Today, November 17th is world prematurity day. Everyone knows someone who was either born premature or knows someone who has given birth to a premature baby (whether you are aware of it or not). What you may not know or understand is the struggle, concern, and fear that there is when a baby is born early. I didn’t understand this until I gave birth to two beautiful premature twin baby boys. Today I write this blog in honour of all those who were born premature- and fought for their lives, and for those who gave birth to babies born too early who have watched their children struggle to simply take a breath.
There is certainly a fear that comes with knowing that you are going into labour early. It doesn’t matter how far along you are; 24 weeks, 34 weeks, 38 weeks- if it’s not 40 weeks (full term) there are always concerns. Will my baby be okay? Are they developed enough to survive? What kinds of complications are we going to run into? When will I get to take my baby home?
My babies were born at 34 weeks, and for twins I was considered fortunate to have made it that far. My babies didn’t have the same struggle that other babies have. They were able to breath on their own, they gained a little bit of weight everyday, they were able to tolerate their feeds for the most part, but there were still struggles, and there were a lot of days where I left the hospital feeling defeated and in tears. Both of our boys were hooked up to monitors so their heart rates and breathing could be monitored at all times. They both had numerous “apnea events” where, in simple terms, their breathing would slow down causing their heart rate to drop really low, this results in an alarm from the monitors going off. Most of the time both of my boys were able to get their breaths back on their own and their heart rate would climb back up. Occasionally, they would need assistance coming out of these events by being stimulated.. When those alarms go off, whatever the cause may be you find yourself holding your breath. The only way for babies to over come these events is time. They need time to continue to develop, to grow stronger, and for their little brains to figure out how to control these things. As a parent you feel hopeless when this happens. Due to these events and our babies not being very strong we were advised to not interact with them a lot. It was advised that we limit our holding of our babies to about an hour a day, the rest of our days were basically spent watching them sleep and changing their diapers before they were fed (by tube- so we didn’t even get to feed our babies for weeks). To have to ask permission, or if it’s okay to hold your own baby is a sin, but we knew in the long run following these guidelines would benefit our babies health, help them grow stronger faster, and get us home sooner. Harrison spent a total of 5 weeks 2 days in the NICU and Hunter spent 6 weeks 1 day.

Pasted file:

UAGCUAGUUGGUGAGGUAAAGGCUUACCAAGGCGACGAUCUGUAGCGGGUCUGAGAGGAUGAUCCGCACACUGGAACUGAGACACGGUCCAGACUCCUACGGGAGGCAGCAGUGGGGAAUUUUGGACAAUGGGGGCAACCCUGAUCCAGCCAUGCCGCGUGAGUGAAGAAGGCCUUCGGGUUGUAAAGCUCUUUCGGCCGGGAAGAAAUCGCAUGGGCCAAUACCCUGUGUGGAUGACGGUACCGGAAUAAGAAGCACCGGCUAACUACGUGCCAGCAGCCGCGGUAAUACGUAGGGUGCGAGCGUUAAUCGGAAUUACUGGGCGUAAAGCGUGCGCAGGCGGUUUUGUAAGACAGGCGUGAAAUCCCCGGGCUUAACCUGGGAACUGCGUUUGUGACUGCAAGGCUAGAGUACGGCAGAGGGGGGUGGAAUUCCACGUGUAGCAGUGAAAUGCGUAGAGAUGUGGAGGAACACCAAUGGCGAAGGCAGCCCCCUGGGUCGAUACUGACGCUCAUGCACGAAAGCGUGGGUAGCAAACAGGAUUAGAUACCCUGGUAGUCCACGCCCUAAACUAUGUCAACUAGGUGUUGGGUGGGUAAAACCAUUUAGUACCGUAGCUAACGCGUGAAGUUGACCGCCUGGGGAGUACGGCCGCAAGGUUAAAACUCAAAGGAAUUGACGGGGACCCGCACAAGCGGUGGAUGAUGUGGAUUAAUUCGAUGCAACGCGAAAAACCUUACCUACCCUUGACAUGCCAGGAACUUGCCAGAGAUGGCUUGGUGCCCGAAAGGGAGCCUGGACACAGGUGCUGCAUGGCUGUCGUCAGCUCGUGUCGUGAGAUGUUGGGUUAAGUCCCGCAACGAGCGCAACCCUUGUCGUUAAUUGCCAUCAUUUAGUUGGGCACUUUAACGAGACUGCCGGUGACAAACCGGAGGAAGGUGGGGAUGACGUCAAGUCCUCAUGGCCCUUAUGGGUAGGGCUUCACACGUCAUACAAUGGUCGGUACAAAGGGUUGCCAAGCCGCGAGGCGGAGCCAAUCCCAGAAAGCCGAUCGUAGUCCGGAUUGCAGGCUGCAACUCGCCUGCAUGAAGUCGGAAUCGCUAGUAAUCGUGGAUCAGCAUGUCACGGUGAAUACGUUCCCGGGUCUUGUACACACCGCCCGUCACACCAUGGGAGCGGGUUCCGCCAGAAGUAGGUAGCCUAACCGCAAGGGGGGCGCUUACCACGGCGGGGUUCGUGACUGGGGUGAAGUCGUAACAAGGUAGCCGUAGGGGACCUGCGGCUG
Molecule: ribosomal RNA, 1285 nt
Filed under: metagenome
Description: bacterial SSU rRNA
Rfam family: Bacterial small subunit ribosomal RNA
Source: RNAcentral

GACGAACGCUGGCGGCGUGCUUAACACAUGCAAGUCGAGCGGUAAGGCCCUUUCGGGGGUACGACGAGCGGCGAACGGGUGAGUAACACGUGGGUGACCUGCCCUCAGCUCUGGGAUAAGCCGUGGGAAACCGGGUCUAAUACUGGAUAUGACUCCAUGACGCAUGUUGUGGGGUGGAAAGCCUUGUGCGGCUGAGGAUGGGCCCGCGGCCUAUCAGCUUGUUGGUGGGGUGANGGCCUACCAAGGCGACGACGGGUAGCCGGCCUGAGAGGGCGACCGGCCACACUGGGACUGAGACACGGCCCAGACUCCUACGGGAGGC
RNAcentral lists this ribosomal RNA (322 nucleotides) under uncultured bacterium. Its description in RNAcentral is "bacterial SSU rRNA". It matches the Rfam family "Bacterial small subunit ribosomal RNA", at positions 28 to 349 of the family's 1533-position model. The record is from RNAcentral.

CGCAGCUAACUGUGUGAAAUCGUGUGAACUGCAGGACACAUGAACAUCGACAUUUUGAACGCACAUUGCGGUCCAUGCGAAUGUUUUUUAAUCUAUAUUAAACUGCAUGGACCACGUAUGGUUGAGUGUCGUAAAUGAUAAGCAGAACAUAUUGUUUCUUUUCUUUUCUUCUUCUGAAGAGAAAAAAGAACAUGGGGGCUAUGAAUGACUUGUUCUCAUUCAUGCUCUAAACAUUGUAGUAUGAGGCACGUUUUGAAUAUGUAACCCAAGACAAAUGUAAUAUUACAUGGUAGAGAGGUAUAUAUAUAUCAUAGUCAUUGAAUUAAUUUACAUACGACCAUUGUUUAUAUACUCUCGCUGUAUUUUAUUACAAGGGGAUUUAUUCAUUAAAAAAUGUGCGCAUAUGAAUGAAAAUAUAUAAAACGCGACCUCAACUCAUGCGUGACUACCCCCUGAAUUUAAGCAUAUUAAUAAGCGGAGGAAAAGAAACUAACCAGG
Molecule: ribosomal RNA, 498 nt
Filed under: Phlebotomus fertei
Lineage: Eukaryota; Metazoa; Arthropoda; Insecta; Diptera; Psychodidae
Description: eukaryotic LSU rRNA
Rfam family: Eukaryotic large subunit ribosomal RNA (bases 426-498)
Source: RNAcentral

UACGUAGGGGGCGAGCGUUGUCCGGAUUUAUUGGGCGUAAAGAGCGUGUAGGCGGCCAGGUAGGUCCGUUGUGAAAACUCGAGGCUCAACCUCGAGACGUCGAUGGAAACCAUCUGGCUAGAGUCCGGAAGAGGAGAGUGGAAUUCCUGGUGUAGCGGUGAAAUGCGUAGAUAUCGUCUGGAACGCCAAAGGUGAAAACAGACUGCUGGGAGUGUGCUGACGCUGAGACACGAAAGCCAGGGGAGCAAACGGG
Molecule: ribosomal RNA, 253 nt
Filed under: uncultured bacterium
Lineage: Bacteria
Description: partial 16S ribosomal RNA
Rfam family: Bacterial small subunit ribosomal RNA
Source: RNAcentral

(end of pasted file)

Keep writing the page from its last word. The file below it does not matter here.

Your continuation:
From our time spent in the NICU I learned a lot. I never realized how many babies actually visit the NICU after they are born, whether it’s for a few hours, day, weeks, or months the amount of patients in and out of the NICU was mind blowing to me. We saw so many people come and go during our time there. Another thing I learned was how many people we know who opened up to us about how they were a NICU baby, and look at them now, or how many people said they had friends or they themselves had babies that spent time in the NICU. I realized it’s not really something that is brought up or included as part of a birth story, but affects so many people. I learned about the emotional rollercoaster of what it is to be a parent of a premature baby and a NICU baby. I have friends who have had babies early, and babies stay in the NICU and you think “oh that’s too bad” or “medicine has come such a long way they will be fine”. Those feelings, although true, barely scratch the surface for a family who is going through something like this. Having to basically live in the hospital to not be able to fully care for your newborn baby because they are too fragile, while you have other children at home that you are not able to care for because you are spending all your time with this new life trying to love them the best that you can in the situation you have been dealt, it’s more than anyone should ever have to go through.
My heart truly goes out to those whose babies are in the NICU fighting for their lives- I only had a small dose of that reality, but I understand the stress, confusion, and fear that goes a long with it. I hope that by writing this it opens up your eyes to the real struggles families of premature babies face. After going through this ourselves I wish I had of known more about what my friends were going through during their times in the NICU.
NICU parents are strong, but premature babies are even stronger.